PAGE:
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The Boston Globe

Metro

2012 Massachusetts Democratic Convention

Patrick delivers fiery speech to delegates

SPRINGFIELD -- Governor Deval Patrick gave the most fiery speech of the day thus far at the state Democratic convention, telling delegates “it’s time for Democrats to grow a backbone and stand up for what we believe.”

“Democrats, quit waiting for pundits and pollsters and economic indicators to tell us who the next president or senator or member of Congress is going to be,” he said. “We shape our own future.”

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The speech, similar to those he often delivers to party activists across the country, excited the thousands in the audience, prompting many to repeatedly stand and cheer. Patrick’s speech was far more nationally oriented than those by other speakers, praising President Obama and criticizing Republicans as unprincipled bullies, seeking power rather than principle. He singled out his predecessor Mitt Romney for what he characterized as bad economic stewardship.

Patrick then exhorted Democrats to stand up for Obama.

“I for one will not let him be bullied out of office,” he said. “I’m in for 2012, are you in?”

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Most of the state’s US House delegation gave remarks in tribute to Barney Frank and John Olver, two retiring congressmen.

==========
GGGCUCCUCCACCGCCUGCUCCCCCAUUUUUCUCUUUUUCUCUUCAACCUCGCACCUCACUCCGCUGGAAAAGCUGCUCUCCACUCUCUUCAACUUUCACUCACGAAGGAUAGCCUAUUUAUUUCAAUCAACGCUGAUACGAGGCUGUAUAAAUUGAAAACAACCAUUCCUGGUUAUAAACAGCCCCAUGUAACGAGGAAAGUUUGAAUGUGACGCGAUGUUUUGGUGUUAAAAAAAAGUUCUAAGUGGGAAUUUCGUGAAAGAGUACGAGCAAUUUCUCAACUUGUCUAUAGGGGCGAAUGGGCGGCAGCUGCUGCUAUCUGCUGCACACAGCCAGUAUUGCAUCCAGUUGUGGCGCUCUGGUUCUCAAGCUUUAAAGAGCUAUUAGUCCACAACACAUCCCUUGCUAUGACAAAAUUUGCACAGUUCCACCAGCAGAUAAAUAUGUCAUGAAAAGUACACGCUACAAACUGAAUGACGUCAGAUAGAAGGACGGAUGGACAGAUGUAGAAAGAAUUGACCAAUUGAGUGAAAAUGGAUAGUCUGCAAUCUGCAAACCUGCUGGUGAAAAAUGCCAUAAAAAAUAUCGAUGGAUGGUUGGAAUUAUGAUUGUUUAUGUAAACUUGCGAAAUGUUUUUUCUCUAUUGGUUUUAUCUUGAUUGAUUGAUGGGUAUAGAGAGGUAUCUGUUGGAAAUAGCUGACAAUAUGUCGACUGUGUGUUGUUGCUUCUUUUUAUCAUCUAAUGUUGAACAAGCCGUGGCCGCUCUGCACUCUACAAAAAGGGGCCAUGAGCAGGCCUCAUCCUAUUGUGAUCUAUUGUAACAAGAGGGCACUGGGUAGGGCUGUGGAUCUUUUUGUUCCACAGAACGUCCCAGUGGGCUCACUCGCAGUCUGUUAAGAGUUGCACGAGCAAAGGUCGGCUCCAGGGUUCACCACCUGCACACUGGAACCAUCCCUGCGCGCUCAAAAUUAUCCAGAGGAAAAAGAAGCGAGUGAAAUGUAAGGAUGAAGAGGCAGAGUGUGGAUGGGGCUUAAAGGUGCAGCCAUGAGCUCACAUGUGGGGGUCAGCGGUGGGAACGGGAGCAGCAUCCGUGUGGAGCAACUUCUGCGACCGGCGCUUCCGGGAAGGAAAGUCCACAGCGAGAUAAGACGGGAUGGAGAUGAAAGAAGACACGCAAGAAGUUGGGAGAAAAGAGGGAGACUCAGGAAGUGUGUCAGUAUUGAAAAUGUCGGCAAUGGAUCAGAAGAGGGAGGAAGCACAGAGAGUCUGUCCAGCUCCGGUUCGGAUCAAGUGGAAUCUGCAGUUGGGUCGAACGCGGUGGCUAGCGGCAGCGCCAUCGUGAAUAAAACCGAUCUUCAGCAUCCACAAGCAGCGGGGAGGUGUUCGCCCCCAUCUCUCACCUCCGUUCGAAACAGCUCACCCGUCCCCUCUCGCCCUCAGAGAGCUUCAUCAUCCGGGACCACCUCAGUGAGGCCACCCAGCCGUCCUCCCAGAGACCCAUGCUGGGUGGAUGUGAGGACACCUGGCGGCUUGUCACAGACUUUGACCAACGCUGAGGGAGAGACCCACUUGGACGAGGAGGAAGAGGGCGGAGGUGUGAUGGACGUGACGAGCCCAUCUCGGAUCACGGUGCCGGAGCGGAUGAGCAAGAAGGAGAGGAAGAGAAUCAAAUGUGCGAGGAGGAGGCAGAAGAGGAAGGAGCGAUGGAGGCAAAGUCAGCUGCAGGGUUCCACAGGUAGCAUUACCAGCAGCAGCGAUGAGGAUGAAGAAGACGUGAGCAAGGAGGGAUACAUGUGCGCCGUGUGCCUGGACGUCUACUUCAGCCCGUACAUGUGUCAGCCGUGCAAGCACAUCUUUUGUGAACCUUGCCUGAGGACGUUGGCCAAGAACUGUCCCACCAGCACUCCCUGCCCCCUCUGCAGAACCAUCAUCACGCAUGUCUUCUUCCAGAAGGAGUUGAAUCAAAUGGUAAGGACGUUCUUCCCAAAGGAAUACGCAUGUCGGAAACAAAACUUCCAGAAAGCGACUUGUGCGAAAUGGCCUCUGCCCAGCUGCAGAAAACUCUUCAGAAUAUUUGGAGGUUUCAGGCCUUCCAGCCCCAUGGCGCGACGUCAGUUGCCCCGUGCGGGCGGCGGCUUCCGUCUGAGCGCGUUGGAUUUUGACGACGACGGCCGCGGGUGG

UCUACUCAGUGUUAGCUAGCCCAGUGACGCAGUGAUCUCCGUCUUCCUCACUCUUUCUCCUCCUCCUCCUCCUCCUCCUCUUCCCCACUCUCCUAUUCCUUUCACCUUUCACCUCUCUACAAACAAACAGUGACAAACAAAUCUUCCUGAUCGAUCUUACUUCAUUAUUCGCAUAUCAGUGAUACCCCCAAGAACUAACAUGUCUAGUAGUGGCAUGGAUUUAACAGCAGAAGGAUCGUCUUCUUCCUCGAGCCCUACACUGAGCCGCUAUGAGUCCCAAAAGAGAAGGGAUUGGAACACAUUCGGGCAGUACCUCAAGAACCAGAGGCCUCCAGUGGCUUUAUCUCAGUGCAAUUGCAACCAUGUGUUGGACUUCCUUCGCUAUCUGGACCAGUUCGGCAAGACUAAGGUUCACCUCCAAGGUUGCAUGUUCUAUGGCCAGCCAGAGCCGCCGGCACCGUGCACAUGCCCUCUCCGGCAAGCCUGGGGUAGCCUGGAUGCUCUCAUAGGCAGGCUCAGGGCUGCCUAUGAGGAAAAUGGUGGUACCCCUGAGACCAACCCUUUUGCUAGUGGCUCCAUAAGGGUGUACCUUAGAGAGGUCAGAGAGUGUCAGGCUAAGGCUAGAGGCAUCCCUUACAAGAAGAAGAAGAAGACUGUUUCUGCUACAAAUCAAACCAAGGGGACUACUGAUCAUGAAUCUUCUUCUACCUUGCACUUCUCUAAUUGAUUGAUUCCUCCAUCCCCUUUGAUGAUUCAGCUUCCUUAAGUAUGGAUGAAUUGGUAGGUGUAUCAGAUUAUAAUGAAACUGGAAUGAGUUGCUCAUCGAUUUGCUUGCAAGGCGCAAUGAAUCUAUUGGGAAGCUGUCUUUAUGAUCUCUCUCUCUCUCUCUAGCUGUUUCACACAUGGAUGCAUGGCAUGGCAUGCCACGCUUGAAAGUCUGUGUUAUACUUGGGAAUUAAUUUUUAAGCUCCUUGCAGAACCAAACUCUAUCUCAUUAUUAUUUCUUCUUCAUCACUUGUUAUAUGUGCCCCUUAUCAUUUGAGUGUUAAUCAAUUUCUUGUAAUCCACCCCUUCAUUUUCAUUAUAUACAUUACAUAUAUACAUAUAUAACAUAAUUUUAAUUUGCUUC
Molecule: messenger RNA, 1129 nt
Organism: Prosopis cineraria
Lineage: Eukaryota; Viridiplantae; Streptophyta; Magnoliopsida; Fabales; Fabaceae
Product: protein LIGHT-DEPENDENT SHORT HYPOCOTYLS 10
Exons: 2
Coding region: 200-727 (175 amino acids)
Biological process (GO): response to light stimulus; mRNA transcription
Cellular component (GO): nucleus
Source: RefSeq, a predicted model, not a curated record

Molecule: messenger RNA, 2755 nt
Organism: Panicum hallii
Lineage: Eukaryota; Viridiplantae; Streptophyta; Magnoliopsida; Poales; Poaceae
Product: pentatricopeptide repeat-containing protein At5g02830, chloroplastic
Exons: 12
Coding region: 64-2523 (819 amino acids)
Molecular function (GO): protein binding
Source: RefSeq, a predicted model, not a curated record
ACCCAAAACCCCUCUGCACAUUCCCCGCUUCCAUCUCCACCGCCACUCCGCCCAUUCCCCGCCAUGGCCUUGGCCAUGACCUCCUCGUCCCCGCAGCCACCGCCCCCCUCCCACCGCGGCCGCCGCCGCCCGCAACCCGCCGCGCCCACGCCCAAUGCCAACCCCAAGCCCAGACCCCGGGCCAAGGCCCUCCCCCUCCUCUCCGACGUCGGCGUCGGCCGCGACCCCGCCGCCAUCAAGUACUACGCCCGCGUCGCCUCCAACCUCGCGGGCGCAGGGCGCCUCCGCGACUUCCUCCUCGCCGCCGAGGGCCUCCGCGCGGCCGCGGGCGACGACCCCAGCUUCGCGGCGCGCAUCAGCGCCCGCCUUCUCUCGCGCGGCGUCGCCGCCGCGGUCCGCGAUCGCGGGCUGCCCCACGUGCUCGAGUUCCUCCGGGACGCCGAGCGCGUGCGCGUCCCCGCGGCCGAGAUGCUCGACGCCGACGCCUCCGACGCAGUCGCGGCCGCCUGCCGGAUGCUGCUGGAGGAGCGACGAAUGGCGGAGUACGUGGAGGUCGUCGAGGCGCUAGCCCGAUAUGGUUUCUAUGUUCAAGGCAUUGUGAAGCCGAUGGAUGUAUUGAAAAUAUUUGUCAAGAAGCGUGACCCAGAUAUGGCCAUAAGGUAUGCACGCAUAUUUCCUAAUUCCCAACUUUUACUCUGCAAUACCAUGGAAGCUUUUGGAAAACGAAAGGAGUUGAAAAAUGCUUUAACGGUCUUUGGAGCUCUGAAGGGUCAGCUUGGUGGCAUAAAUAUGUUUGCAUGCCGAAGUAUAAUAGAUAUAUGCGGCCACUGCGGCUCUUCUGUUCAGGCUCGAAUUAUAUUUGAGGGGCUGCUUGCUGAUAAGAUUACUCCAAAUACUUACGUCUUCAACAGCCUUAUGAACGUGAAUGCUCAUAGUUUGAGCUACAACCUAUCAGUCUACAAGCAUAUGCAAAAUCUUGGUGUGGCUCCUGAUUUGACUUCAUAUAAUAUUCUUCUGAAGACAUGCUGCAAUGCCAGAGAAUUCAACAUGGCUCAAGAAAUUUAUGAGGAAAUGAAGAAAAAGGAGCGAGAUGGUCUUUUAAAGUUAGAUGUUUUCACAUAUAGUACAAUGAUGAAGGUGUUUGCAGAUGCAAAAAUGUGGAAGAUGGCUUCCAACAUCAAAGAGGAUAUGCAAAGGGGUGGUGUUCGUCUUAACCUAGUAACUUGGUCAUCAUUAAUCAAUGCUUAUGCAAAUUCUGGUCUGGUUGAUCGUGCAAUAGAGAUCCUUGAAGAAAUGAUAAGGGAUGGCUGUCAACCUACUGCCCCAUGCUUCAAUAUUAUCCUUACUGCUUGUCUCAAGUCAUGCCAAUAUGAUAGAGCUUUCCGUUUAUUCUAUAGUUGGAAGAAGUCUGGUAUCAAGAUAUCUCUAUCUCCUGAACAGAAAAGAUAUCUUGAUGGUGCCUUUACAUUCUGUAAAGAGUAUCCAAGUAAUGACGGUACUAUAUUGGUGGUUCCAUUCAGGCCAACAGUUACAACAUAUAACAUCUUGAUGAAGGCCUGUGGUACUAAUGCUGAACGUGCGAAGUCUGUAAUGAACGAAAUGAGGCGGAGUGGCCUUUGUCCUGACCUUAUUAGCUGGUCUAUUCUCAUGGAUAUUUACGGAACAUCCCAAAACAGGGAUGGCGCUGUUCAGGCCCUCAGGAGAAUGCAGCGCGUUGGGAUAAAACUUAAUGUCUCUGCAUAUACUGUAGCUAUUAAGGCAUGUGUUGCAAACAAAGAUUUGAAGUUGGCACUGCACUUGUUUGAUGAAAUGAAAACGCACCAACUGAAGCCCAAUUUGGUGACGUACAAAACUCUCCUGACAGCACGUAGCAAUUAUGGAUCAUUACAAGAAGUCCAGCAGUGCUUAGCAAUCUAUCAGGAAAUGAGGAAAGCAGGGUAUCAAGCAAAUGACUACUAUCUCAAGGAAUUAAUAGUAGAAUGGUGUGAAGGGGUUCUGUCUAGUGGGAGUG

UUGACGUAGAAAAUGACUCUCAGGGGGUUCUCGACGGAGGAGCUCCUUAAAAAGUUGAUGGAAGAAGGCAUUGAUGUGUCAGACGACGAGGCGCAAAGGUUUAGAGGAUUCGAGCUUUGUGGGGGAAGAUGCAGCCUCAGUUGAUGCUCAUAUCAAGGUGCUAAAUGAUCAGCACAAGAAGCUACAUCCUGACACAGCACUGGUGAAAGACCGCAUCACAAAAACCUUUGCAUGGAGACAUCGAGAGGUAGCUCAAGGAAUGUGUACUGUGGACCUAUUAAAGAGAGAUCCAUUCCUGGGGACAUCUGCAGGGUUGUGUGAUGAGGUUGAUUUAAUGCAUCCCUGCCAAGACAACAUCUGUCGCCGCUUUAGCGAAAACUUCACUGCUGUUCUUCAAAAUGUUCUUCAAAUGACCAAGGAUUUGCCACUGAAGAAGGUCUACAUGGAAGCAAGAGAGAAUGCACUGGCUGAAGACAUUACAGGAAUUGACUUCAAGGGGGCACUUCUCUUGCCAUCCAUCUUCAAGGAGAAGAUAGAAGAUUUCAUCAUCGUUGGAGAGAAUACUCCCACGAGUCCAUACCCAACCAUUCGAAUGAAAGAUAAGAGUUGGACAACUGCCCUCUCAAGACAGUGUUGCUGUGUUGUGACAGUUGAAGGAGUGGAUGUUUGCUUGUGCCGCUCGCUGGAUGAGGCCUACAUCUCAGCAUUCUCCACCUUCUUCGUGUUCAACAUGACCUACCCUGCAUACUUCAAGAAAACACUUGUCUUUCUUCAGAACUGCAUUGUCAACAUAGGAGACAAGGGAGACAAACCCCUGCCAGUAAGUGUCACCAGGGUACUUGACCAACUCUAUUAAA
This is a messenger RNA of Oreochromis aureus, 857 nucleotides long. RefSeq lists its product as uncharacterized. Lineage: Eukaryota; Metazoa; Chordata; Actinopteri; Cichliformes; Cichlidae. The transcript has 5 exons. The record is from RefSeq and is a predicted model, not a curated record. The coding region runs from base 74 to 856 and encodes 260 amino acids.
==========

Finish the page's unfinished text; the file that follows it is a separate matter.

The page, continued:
“They stood up every day for men and women in the Commonwealth who wanted the opportunity to succeed,” said Representative William Keating, a Bourne Democrat.

Representative James P. McGovern of Worcester called Frank “a Democrat who strikes terror in the hearts of Republicans” and alluded to the time the two men were arrested protesting the genocide in Sudan, joking that Frank was a lot of fun in jail.

In his tribute, Representative Edward J. Markey, the dean of the delegation, said, “When they build a Mt. Rushmore for liberals, Barney Frank will be up there.”

Olver gave a short speech, but Frank was not on stage. Also missing was Steve Lynch, the South Boston congressman who is the state’s most conservative Democrat.

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Democratic Party Chairman John Walsh would not predict whether long-shot candidate Marisa DeFranco would make the primary ballot to challenge establishment candidate Elizabeth Warren.

He opened this morning’s state Democratic convention with a coy joke from the podium, predicting “we would send a strong woman to the US Senate from Massachusetts.”

Walsh tried to fire up the crowd of thousands. “It’s a tight race,” he said. “It’s going to be tied right up till election day.”

Noah Bierman can be reached at nbierman@globe.com. Follow him on Twitter @noahbierman.
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